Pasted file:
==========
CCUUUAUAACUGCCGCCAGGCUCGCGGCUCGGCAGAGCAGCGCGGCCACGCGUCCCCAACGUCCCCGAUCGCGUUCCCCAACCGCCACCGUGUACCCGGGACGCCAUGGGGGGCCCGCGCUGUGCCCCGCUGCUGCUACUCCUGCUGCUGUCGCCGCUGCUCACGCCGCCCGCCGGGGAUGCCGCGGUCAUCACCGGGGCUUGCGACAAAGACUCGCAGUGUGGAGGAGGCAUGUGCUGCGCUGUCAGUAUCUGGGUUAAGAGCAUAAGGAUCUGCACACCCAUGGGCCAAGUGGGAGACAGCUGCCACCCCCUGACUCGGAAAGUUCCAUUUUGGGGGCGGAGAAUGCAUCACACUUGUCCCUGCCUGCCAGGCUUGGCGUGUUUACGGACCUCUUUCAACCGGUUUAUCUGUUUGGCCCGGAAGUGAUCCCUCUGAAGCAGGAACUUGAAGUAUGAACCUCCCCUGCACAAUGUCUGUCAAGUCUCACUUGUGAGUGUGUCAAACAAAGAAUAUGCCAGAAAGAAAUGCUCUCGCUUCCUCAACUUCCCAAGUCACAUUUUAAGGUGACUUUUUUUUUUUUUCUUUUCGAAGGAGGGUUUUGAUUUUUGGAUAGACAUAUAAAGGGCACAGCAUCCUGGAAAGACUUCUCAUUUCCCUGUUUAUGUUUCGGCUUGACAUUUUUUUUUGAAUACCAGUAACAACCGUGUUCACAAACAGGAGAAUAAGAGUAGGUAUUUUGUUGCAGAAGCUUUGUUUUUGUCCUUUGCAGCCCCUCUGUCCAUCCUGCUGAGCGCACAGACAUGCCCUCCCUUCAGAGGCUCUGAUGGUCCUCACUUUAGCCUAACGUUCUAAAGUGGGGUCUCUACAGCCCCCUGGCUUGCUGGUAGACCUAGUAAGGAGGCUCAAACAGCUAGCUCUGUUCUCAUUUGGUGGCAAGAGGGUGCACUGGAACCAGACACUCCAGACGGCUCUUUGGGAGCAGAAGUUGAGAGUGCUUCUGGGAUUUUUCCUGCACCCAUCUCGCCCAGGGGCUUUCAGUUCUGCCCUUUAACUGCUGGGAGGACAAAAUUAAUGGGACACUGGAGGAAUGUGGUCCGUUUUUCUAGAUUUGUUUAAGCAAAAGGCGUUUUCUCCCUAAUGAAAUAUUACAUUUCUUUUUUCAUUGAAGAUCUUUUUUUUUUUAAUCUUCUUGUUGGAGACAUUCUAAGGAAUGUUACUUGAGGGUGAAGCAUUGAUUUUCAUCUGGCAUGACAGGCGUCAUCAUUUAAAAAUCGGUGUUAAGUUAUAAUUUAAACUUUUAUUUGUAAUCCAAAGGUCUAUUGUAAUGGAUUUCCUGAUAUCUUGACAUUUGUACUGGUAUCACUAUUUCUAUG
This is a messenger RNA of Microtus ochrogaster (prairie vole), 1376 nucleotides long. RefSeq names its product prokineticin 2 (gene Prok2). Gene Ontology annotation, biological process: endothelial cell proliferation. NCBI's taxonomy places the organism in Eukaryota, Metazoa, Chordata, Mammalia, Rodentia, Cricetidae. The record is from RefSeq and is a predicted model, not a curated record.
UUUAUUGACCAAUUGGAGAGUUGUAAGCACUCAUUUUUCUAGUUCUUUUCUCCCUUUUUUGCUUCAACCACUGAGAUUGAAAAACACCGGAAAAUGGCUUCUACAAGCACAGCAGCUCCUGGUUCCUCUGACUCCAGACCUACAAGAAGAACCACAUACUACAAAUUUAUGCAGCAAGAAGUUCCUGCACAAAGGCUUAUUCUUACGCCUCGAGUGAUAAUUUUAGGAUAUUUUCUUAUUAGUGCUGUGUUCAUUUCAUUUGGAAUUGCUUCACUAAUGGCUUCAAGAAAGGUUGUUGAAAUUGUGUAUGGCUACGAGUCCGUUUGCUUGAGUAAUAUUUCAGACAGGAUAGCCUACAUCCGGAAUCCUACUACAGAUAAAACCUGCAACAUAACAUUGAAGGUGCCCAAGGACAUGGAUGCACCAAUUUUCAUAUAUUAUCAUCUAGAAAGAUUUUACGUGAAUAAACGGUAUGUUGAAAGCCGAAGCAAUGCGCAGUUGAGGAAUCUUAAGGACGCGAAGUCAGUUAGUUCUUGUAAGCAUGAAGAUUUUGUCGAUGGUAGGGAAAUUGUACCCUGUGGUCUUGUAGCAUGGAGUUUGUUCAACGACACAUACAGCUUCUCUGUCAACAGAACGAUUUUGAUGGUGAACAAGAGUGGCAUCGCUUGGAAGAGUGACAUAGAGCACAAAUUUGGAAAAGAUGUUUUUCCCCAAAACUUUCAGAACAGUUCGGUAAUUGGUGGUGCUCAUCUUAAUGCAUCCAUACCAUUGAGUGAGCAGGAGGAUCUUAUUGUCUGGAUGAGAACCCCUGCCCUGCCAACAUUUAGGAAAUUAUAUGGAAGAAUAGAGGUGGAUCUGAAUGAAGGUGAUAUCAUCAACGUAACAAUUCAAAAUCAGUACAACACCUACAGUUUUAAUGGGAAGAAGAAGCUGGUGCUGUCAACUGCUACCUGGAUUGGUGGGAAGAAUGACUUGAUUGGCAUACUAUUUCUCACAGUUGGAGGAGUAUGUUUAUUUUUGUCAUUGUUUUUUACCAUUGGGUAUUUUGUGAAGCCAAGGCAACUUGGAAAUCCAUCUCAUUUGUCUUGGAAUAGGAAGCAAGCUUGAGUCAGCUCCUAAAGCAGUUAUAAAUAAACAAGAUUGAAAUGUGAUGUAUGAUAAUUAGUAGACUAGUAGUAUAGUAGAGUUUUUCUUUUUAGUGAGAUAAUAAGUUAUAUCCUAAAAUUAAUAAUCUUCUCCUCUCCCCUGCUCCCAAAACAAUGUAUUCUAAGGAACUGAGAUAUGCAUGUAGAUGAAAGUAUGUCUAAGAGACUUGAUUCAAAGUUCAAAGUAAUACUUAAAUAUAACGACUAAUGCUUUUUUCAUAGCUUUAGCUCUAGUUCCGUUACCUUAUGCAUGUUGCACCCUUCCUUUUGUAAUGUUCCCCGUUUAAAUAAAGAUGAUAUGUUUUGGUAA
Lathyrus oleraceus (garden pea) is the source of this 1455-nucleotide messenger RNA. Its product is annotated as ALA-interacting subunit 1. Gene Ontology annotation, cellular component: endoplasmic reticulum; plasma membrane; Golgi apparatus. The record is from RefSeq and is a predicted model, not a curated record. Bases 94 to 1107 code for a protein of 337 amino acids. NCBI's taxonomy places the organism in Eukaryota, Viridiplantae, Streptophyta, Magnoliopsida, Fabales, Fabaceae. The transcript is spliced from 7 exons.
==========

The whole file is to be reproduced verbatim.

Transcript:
CCUUUAUAACUGCCGCCAGGCUCGCGGCUCGGCAGAGCAGCGCGGCCACGCGUCCCCAACGUCCCCGAUCGCGUUCCCCAACCGCCACCGUGUACCCGGGACGCCAUGGGGGGCCCGCGCUGUGCCCCGCUGCUGCUACUCCUGCUGCUGUCGCCGCUGCUCACGCCGCCCGCCGGGGAUGCCGCGGUCAUCACCGGGGCUUGCGACAAAGACUCGCAGUGUGGAGGAGGCAUGUGCUGCGCUGUCAGUAUCUGGGUUAAGAGCAUAAGGAUCUGCACACCCAUGGGCCAAGUGGGAGACAGCUGCCACCCCCUGACUCGGAAAGUUCCAUUUUGGGGGCGGAGAAUGCAUCACACUUGUCCCUGCCUGCCAGGCUUGGCGUGUUUACGGACCUCUUUCAACCGGUUUAUCUGUUUGGCCCGGAAGUGAUCCCUCUGAAGCAGGAACUUGAAGUAUGAACCUCCCCUGCACAAUGUCUGUCAAGUCUCACUUGUGAGUGUGUCAAACAAAGAAUAUGCCAGAAAGAAAUGCUCUCGCUUCCUCAACUUCCCAAGUCACAUUUUAAGGUGACUUUUUUUUUUUUUCUUUUCGAAGGAGGGUUUUGAUUUUUGGAUAGACAUAUAAAGGGCACAGCAUCCUGGAAAGACUUCUCAUUUCCCUGUUUAUGUUUCGGCUUGACAUUUUUUUUUGAAUACCAGUAACAACCGUGUUCACAAACAGGAGAAUAAGAGUAGGUAUUUUGUUGCAGAAGCUUUGUUUUUGUCCUUUGCAGCCCCUCUGUCCAUCCUGCUGAGCGCACAGACAUGCCCUCCCUUCAGAGGCUCUGAUGGUCCUCACUUUAGCCUAACGUUCUAAAGUGGGGUCUCUACAGCCCCCUGGCUUGCUGGUAGACCUAGUAAGGAGGCUCAAACAGCUAGCUCUGUUCUCAUUUGGUGGCAAGAGGGUGCACUGGAACCAGACACUCCAGACGGCUCUUUGGGAGCAGAAGUUGAGAGUGCUUCUGGGAUUUUUCCUGCACCCAUCUCGCCCAGGGGCUUUCAGUUCUGCCCUUUAACUGCUGGGAGGACAAAAUUAAUGGGACACUGGAGGAAUGUGGUCCGUUUUUCUAGAUUUGUUUAAGCAAAAGGCGUUUUCUCCCUAAUGAAAUAUUACAUUUCUUUUUUCAUUGAAGAUCUUUUUUUUUUUAAUCUUCUUGUUGGAGACAUUCUAAGGAAUGUUACUUGAGGGUGAAGCAUUGAUUUUCAUCUGGCAUGACAGGCGUCAUCAUUUAAAAAUCGGUGUUAAGUUAUAAUUUAAACUUUUAUUUGUAAUCCAAAGGUCUAUUGUAAUGGAUUUCCUGAUAUCUUGACAUUUGUACUGGUAUCACUAUUUCUAUG
This is a messenger RNA of Microtus ochrogaster (prairie vole), 1376 nucleotides long. RefSeq names its product prokineticin 2 (gene Prok2). Gene Ontology annotation, biological process: endothelial cell proliferation. NCBI's taxonomy places the organism in Eukaryota, Metazoa, Chordata, Mammalia, Rodentia, Cricetidae. The record is from RefSeq and is a predicted model, not a curated record.
UUUAUUGACCAAUUGGAGAGUUGUAAGCACUCAUUUUUCUAGUUCUUUUCUCCCUUUUUUGCUUCAACCACUGAGAUUGAAAAACACCGGAAAAUGGCUUCUACAAGCACAGCAGCUCCUGGUUCCUCUGACUCCAGACCUACAAGAAGAACCACAUACUACAAAUUUAUGCAGCAAGAAGUUCCUGCACAAAGGCUUAUUCUUACGCCUCGAGUGAUAAUUUUAGGAUAUUUUCUUAUUAGUGCUGUGUUCAUUUCAUUUGGAAUUGCUUCACUAAUGGCUUCAAGAAAGGUUGUUGAAAUUGUGUAUGGCUACGAGUCCGUUUGCUUGAGUAAUAUUUCAGACAGGAUAGCCUACAUCCGGAAUCCUACUACAGAUAAAACCUGCAACAUAACAUUGAAGGUGCCCAAGGACAUGGAUGCACCAAUUUUCAUAUAUUAUCAUCUAGAAAGAUUUUACGUGAAUAAACGGUAUGUUGAAAGCCGAAGCAAUGCGCAGUUGAGGAAUCUUAAGGACGCGAAGUCAGUUAGUUCUUGUAAGCAUGAAGAUUUUGUCGAUGGUAGGGAAAUUGUACCCUGUGGUCUUGUAGCAUGGAGUUUGUUCAACGACACAUACAGCUUCUCUGUCAACAGAACGAUUUUGAUGGUGAACAAGAGUGGCAUCGCUUGGAAGAGUGACAUAGAGCACAAAUUUGGAAAAGAUGUUUUUCCCCAAAACUUUCAGAACAGUUCGGUAAUUGGUGGUGCUCAUCUUAAUGCAUCCAUACCAUUGAGUGAGCAGGAGGAUCUUAUUGUCUGGAUGAGAACCCCUGCCCUGCCAACAUUUAGGAAAUUAUAUGGAAGAAUAGAGGUGGAUCUGAAUGAAGGUGAUAUCAUCAACGUAACAAUUCAAAAUCAGUACAACACCUACAGUUUUAAUGGGAAGAAGAAGCUGGUGCUGUCAACUGCUACCUGGAUUGGUGGGAAGAAUGACUUGAUUGGCAUACUAUUUCUCACAGUUGGAGGAGUAUGUUUAUUUUUGUCAUUGUUUUUUACCAUUGGGUAUUUUGUGAAGCCAAGGCAACUUGGAAAUCCAUCUCAUUUGUCUUGGAAUAGGAAGCAAGCUUGAGUCAGCUCCUAAAGCAGUUAUAAAUAAACAAGAUUGAAAUGUGAUGUAUGAUAAUUAGUAGACUAGUAGUAUAGUAGAGUUUUUCUUUUUAGUGAGAUAAUAAGUUAUAUCCUAAAAUUAAUAAUCUUCUCCUCUCCCCUGCUCCCAAAACAAUGUAUUCUAAGGAACUGAGAUAUGCAUGUAGAUGAAAGUAUGUCUAAGAGACUUGAUUCAAAGUUCAAAGUAAUACUUAAAUAUAACGACUAAUGCUUUUUUCAUAGCUUUAGCUCUAGUUCCGUUACCUUAUGCAUGUUGCACCCUUCCUUUUGUAAUGUUCCCCGUUUAAAUAAAGAUGAUAUGUUUUGGUAA
Lathyrus oleraceus (garden pea) is the source of this 1455-nucleotide messenger RNA. Its product is annotated as ALA-interacting subunit 1. Gene Ontology annotation, cellular component: endoplasmic reticulum; plasma membrane; Golgi apparatus. The record is from RefSeq and is a predicted model, not a curated record. Bases 94 to 1107 code for a protein of 337 amino acids. NCBI's taxonomy places the organism in Eukaryota, Viridiplantae, Streptophyta, Magnoliopsida, Fabales, Fabaceae. The transcript is spliced from 7 exons.